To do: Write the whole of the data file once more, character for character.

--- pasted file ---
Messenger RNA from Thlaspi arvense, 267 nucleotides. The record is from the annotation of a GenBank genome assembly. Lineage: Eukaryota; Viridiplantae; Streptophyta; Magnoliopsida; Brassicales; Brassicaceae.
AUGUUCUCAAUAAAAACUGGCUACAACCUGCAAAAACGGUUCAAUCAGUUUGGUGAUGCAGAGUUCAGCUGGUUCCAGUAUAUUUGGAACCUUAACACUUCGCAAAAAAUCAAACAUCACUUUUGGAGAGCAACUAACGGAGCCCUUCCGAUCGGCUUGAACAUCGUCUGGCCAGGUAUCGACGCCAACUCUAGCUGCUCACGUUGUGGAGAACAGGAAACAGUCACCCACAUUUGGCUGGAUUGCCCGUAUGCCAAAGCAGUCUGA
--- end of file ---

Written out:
Messenger RNA from Thlaspi arvense, 267 nucleotides. The record is from the annotation of a GenBank genome assembly. Lineage: Eukaryota; Viridiplantae; Streptophyta; Magnoliopsida; Brassicales; Brassicaceae.
AUGUUCUCAAUAAAAACUGGCUACAACCUGCAAAAACGGUUCAAUCAGUUUGGUGAUGCAGAGUUCAGCUGGUUCCAGUAUAUUUGGAACCUUAACACUUCGCAAAAAAUCAAACAUCACUUUUGGAGAGCAACUAACGGAGCCCUUCCGAUCGGCUUGAACAUCGUCUGGCCAGGUAUCGACGCCAACUCUAGCUGCUCACGUUGUGGAGAACAGGAAACAGUCACCCACAUUUGGCUGGAUUGCCCGUAUGCCAAAGCAGUCUGA